On Christmas Day, the tree in the Rach household will be decorated with shiny, new ornaments purchased at a post-holiday sale. A slightly scorched and blackened ceramic angel will also be part of the trimmings. "It's weird having so many angels make it through the fire, but they did," said Laurie Cooper, 29, a law student who was the first to see the smoking ruins of her mother and stepfather's Emerald Bay home. Inside were all her Christmas ornaments and childhood mementos.
CALIFORNIA | LOCAL
October 29, 1993 | JEFF PRUGH, TIMES STAFF WRITER
You've lost your house in a catastrophic fire. You can afford to rebuild, now that help from your insurance company is on the way. Now what? First, you'll need a construction permit from your municipality's building department--or if you live in an unincorporated community, from the Los Angeles County departments of public works and building and safety. County officials said Thursday they hope to streamline this process by opening what they call a "one-step permit center," starting Monday and running through Friday (8 a.m. to 4:30 p.m.)
NEWS
October 27, 1994 | DOREEN CARVAJAL, TIMES STAFF WRITER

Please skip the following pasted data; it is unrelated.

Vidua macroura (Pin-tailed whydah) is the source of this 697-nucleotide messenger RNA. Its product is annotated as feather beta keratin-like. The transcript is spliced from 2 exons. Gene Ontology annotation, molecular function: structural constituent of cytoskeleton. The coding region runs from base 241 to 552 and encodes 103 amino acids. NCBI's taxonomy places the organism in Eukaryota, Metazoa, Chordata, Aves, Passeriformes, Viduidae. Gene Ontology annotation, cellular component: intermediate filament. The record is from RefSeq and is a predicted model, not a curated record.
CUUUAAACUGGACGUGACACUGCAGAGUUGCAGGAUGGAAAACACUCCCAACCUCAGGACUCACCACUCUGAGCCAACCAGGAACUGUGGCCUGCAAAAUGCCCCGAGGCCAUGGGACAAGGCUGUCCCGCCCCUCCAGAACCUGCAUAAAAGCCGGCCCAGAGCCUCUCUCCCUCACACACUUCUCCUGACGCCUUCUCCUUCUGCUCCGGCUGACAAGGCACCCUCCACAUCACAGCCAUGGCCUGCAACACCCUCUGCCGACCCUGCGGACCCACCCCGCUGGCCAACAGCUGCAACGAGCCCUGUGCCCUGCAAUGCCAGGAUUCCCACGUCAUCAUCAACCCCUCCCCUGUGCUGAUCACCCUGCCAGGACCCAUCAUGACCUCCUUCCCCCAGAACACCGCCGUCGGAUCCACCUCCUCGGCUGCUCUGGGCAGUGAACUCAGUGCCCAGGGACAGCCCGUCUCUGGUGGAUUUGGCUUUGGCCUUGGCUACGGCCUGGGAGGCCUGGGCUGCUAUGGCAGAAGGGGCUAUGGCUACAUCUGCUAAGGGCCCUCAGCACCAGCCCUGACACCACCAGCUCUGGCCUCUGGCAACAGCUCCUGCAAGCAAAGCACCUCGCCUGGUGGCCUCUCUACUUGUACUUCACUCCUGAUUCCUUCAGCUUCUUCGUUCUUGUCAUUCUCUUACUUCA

On Christmas Day, the tree in the Rach household will be decorated with shiny, new ornaments purchased at a post-holiday sale. A slightly scorched and blackened ceramic angel will also be part of the trimmings. "It's weird having so many angels make it through the fire, but they did," said Laurie Cooper, 29, a law student who was the first to see the smoking ruins of her mother and stepfather's Emerald Bay home. Inside were all her Christmas ornaments and childhood mementos.
NEWS
October 27, 1994 | DOREEN CARVAJAL, TIMES STAFF WRITER
The Miracle House that came to symbolize the whims of the wildfire is a home that To Cong Bui no longer wants. Bui's rambling hillside-structure, with its thick, white concrete walls and tile roof, endured the fire like Gibraltar in an eerie moonscape of ravaged Mystic Hills houses. But instead of rejoicing over his luck, Bui is planning to move.
NEWS
October 26, 1994
It was one year ago today that the first of 17 firestorms swept through Southern California's bone-dry forests and foothills. Adding to the frightening specter of the rampaging flames was the fact that the worst of the blazes--in Malibu and Laguna--were ignited by arsonists. In all, the flames claimed three lives, more than 200,000 acres and caused untold millions of dollars in damage. Underlying those numbing statistics are hundreds of stories of adversity and resiliency.
CALIFORNIA | LOCAL
October 29, 1993 | JEFF PRUGH, TIMES STAFF WRITER
You've lost your house in a catastrophic fire. You can afford to rebuild, now that help from your insurance company is on the way. Now what? First, you'll need a construction permit from your municipality's building department--or if you live in an unincorporated community, from the Los Angeles County departments of public works and building and safety. County officials said Thursday they hope to streamline this process by opening what they call a "one-step permit center," starting Monday and running through Friday (8 a.m. to 4:30 p.m.)